DDN June2022 June 2022 | Page 22



The pandemic and subsequent lockdowns meant that , like many organisations , Forward was severely restricted in what we were able to deliver during 2020-21 . The vast majority of our clients , both in prison and the community , were not able to access in-person , one-to-one support from our staff , nor our intensive programmes that help people to achieve transformational change .

This lack of access has been acutely felt in particular by people who are in recovery from drug , alcohol or gambling addiction – approximately 90 per cent of our service users . However , these challenges have also resulted in innovation and new ways of working , teaching lessons that we will apply in the post-pandemic world .
The Forward Trust is helping people to make a new life for themselves in challenging times , says Carwyn Gravell
Lockdowns presented our resettlement housing team and the people we support with significant risks and challenges . For example , with an increased risk of street homelessness – in particular for prison leavers – people were no longer able to ‘ sofa surf ’ with friends .
We continued to deliver our innovative housing models to support clients on our recovery pathways as well as vulnerable clients referred to us by local authorities and partner charities . Support offered by Forward comprises two strands of work :
• Recovery Housing – shared houses where groups of four to five people in recovery live together providing mutual support .
• Vision Housing – access to private rented accommodation , with mentoring support to sustain tenancies .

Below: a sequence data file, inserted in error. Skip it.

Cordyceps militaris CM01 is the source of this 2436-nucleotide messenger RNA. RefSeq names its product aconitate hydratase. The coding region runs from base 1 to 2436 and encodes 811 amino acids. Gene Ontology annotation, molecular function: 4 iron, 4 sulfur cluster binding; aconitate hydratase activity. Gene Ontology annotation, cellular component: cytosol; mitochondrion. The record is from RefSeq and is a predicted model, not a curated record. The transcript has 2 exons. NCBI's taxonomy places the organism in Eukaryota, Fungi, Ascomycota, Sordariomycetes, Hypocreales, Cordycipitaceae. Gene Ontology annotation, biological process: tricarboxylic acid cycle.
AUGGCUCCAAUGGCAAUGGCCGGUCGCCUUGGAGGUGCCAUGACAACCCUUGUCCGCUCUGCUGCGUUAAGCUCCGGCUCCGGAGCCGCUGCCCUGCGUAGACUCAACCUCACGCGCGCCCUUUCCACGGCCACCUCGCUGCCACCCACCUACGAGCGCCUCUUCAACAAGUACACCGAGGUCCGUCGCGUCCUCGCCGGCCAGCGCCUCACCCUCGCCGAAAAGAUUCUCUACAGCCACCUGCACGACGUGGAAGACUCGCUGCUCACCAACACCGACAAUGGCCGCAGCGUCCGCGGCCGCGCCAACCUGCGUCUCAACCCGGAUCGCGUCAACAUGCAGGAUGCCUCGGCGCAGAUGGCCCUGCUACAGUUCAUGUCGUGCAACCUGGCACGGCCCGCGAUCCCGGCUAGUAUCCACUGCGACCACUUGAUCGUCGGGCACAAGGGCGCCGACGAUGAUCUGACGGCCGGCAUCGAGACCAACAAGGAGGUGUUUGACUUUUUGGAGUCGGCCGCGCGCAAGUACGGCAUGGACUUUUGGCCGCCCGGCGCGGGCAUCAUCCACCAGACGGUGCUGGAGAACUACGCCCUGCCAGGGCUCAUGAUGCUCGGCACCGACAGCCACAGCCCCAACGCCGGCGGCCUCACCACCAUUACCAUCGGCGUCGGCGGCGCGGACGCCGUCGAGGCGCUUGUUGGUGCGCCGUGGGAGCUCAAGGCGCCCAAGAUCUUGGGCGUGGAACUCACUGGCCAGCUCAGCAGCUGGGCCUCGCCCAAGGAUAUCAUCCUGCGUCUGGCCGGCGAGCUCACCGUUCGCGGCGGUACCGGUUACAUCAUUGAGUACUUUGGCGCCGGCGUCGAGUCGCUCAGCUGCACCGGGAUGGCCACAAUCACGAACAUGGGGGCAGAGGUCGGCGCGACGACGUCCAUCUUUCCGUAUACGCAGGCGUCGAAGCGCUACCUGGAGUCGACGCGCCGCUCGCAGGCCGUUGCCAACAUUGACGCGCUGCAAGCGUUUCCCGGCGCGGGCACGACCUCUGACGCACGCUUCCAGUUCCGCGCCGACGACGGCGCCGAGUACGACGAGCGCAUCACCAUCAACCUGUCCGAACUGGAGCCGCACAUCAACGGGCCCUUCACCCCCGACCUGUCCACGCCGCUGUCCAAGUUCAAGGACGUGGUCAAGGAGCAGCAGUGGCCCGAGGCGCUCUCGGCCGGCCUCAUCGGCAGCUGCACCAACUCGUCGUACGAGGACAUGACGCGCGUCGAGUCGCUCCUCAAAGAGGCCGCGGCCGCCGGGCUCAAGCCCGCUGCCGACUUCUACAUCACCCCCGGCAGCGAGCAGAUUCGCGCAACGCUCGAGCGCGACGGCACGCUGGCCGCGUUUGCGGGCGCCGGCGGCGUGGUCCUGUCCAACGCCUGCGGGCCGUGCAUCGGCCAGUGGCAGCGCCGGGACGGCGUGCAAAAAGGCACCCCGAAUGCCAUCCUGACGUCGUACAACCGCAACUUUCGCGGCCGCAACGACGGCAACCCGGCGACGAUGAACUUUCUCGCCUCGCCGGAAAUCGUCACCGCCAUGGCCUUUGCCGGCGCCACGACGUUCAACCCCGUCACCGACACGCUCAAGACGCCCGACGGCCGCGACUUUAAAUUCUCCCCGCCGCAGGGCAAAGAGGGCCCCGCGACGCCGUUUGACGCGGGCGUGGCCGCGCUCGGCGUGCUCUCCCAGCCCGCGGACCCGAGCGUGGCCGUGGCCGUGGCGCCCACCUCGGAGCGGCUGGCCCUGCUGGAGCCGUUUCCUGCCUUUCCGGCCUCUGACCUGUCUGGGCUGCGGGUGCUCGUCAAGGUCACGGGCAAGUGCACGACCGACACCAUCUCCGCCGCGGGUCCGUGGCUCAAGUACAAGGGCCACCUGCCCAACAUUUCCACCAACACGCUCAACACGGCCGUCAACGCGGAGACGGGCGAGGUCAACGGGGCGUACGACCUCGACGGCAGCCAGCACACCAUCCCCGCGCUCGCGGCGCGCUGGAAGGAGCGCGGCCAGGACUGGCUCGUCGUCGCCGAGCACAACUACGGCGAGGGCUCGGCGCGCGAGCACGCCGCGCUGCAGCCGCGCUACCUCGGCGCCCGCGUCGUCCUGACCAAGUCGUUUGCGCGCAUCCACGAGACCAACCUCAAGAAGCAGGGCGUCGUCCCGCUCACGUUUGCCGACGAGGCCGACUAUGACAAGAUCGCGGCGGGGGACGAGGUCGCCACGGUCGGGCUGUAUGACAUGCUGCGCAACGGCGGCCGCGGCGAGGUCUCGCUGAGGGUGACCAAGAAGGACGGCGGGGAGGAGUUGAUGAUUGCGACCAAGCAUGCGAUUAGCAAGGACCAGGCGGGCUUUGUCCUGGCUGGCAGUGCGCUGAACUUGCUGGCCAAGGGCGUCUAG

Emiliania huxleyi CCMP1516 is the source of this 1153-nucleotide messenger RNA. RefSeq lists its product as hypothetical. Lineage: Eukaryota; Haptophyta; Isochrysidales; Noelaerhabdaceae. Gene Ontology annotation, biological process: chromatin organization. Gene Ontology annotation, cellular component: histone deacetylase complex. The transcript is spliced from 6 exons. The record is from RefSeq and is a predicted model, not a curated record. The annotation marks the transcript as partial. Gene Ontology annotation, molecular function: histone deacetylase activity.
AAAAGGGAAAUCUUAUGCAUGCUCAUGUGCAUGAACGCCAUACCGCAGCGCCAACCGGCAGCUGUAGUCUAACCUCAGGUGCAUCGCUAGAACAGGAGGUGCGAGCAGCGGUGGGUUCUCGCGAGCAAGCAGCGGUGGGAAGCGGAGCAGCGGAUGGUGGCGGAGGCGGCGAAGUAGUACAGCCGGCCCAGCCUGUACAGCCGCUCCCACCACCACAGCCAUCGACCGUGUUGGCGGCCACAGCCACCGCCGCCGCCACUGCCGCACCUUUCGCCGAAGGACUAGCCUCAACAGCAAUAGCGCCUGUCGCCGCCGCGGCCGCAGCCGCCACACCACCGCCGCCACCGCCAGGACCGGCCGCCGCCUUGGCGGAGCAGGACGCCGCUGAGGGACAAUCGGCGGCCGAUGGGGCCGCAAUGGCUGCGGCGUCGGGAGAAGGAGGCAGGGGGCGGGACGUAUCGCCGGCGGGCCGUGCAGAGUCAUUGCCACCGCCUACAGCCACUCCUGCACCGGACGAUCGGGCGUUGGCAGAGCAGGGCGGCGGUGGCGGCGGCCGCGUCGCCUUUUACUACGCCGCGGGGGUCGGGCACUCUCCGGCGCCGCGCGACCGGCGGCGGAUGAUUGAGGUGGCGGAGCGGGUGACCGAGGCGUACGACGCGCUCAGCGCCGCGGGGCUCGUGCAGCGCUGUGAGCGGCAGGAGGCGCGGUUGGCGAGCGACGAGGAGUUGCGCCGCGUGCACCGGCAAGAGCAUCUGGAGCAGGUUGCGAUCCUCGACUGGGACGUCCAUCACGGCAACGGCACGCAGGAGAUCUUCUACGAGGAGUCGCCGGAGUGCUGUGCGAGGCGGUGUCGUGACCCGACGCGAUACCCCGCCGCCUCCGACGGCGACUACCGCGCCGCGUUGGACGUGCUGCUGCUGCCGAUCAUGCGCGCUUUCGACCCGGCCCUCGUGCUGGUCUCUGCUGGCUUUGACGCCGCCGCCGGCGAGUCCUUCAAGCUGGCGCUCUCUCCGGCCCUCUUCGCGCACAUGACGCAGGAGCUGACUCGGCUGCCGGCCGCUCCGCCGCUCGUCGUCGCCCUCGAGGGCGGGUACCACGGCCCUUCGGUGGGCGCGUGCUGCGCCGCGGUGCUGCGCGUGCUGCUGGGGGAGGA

SUSTAINED TENANCIES For our Vision Housing team – who are based in London and source private rented sector accommodation for clients as well as providing a tenancy sustainment service – one of the greatest challenges in responding to this demand was not being able to view potential properties in person as a result of social distancing rules . We quickly adapted our assessment and viewing processes , organising online viewings with landlords and providing pictures and videos for clients .
Once in their tenancy we maintained remote support for clients every day of the week , including weekends , through telephone and video contact . This included providing smartphones and ‘ move-in ’ packs for those who needed them , with our efforts supported by volunteers . We ’ re proud to report that , despite the challenges of the pandemic , 98 per cent of clients sustained their tenancy for at least 12 months . Between 2020 and 2021 , our housing and resettlement team achieved some impressive outcomes :
• 238 clients referred for housing support
• 79 clients placed in a Vision Housing tenancy , as well as nine people in one of our Recovery Houses ( including our new Women ’ s Recovery House in Ashford )
• Our network of private landlords in 16 local authority areas now offers access to more than 500 clean and safe properties
ENTERPRISE STRATEGY Enterprise and self-employment are a powerful means of giving people in recovery and ex-offenders the chance to unleash their talents and shape their own futures . That ’ s why Forward launched our first enterprise strategy in 2018 . Part of our wider work to support people from disadvantaged backgrounds into meaningful and rewarding employment , the strategy focused on providing intensive enterprise coaching for clients who wanted to become self-employed or set up their own businesses .
Until March 2021 the strategy was supported by the Forward Enterprise Fund , which , in partnership with Social Investment Business , invested £ 400,000 into
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